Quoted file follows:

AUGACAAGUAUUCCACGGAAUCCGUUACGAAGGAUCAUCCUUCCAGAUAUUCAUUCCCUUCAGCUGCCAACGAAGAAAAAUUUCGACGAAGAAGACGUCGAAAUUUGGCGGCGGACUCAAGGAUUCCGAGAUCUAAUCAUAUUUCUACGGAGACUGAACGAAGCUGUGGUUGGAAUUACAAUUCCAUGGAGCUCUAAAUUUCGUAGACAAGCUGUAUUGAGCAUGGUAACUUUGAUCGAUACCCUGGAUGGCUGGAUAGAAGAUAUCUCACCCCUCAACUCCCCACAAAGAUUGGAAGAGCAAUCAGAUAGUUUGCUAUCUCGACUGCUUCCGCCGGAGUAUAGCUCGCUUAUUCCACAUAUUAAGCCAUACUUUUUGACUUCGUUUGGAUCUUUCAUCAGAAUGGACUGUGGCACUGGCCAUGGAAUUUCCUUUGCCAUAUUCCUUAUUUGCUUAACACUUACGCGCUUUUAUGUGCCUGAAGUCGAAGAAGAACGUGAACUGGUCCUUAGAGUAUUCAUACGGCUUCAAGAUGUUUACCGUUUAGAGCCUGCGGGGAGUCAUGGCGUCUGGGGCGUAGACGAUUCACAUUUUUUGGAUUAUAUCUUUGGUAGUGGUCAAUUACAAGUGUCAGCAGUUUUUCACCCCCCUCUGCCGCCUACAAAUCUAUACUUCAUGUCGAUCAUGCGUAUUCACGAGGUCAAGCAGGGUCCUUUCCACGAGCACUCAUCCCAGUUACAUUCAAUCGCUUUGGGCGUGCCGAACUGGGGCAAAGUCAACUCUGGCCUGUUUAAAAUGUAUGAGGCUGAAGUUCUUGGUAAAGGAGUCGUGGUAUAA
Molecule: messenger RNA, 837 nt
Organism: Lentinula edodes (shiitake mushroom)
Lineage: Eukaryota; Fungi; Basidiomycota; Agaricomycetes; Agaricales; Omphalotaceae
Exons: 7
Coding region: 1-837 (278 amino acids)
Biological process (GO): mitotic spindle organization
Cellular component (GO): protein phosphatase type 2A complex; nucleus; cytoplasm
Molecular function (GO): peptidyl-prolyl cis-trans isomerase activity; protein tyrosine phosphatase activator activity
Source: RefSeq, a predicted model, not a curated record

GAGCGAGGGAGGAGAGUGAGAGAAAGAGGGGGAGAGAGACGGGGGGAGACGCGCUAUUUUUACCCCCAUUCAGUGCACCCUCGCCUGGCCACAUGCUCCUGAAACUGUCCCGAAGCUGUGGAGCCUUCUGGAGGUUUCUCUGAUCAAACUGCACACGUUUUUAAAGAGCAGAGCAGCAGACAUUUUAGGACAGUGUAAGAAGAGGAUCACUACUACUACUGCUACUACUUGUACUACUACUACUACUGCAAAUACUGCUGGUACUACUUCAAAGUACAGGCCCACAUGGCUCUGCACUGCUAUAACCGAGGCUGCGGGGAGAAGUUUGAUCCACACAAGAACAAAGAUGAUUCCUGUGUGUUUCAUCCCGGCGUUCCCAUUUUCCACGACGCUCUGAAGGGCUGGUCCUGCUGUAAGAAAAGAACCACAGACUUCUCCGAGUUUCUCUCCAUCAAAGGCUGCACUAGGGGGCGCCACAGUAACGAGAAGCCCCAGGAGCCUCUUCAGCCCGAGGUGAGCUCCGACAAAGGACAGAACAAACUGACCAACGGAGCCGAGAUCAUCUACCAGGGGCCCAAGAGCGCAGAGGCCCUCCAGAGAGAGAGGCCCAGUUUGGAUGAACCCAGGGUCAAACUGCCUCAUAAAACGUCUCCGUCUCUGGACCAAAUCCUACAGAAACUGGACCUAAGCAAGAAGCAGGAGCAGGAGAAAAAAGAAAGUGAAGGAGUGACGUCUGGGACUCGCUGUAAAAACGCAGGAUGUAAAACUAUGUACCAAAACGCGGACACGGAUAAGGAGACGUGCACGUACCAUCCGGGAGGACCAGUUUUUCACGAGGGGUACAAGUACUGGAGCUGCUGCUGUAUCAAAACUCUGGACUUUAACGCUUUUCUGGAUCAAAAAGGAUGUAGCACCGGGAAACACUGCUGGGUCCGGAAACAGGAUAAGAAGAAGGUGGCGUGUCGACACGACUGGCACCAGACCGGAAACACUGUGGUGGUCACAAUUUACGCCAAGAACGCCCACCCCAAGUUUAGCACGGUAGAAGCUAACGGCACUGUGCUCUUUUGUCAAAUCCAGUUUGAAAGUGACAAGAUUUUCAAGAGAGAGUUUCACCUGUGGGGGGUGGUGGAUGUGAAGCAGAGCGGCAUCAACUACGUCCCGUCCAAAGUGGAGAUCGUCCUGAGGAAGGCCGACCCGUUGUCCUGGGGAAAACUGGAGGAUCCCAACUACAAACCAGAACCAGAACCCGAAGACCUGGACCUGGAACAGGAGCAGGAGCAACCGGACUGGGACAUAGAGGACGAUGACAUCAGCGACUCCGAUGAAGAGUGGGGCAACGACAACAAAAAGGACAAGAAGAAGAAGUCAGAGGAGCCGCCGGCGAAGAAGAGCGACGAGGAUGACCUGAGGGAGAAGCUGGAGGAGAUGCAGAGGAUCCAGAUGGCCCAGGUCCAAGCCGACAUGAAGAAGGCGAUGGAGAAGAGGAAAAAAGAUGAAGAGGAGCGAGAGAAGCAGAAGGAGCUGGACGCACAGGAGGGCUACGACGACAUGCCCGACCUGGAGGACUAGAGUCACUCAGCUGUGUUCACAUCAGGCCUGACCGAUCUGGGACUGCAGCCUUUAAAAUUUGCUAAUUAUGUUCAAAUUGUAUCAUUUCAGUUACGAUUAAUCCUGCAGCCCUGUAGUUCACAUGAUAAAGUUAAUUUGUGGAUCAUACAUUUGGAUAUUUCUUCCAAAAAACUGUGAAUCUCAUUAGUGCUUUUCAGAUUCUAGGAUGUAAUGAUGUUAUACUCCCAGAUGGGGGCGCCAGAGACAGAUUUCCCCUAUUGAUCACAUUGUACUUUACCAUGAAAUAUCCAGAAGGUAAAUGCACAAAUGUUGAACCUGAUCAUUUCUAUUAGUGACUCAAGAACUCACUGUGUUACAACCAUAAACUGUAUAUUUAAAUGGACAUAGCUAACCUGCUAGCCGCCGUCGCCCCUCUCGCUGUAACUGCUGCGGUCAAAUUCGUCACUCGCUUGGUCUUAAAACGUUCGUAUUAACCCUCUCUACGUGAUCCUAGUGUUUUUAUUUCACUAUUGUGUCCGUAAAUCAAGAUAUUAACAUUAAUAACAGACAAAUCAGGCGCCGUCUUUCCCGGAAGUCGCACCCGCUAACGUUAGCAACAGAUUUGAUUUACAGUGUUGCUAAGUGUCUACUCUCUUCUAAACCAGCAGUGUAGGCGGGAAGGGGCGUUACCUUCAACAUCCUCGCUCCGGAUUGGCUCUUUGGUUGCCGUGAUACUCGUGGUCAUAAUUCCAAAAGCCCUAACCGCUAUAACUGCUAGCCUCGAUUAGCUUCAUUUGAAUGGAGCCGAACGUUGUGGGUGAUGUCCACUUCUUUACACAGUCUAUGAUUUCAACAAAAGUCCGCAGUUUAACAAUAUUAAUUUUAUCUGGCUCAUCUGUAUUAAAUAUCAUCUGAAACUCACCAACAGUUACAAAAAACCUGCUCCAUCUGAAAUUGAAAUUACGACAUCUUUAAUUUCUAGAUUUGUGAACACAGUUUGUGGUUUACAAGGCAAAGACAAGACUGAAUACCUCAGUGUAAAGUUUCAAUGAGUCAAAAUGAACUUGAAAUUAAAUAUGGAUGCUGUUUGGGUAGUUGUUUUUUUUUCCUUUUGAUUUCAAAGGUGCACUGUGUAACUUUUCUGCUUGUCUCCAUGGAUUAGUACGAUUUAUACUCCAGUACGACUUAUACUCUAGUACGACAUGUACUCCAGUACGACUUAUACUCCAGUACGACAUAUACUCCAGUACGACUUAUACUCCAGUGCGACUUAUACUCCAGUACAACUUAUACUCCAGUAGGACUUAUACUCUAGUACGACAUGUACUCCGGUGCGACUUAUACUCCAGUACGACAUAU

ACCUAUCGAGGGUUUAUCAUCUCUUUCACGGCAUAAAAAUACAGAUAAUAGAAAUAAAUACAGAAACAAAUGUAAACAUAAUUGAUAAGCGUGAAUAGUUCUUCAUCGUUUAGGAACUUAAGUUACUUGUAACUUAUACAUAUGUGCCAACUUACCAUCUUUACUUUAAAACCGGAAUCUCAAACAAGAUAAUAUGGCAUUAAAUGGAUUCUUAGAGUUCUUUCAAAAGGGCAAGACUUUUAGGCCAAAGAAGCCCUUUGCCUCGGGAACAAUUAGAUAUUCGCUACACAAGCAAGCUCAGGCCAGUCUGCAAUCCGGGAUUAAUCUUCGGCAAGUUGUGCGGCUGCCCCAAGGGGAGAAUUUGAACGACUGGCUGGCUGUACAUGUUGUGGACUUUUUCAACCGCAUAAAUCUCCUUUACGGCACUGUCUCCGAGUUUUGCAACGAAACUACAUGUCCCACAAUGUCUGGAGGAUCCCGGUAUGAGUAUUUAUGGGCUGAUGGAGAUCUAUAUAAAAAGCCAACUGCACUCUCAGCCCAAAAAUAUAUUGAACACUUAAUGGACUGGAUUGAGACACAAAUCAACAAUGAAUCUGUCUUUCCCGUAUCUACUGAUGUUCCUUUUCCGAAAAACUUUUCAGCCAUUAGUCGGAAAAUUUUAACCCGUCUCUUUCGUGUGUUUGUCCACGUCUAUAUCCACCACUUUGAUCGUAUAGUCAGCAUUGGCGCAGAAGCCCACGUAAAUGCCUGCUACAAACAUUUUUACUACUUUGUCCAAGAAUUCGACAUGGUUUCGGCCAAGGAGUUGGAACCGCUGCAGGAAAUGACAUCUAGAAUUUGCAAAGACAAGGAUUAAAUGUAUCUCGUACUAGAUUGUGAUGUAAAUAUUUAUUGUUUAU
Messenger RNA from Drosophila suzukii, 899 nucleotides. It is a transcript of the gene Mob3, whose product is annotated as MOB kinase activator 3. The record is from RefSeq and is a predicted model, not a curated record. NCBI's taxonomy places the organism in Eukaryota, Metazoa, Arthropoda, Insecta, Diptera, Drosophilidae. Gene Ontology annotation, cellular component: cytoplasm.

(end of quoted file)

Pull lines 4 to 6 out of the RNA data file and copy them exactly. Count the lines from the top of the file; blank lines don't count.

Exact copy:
Lineage: Eukaryota; Fungi; Basidiomycota; Agaricomycetes; Agaricales; Omphalotaceae
Exons: 7
Coding region: 1-837 (278 amino acids)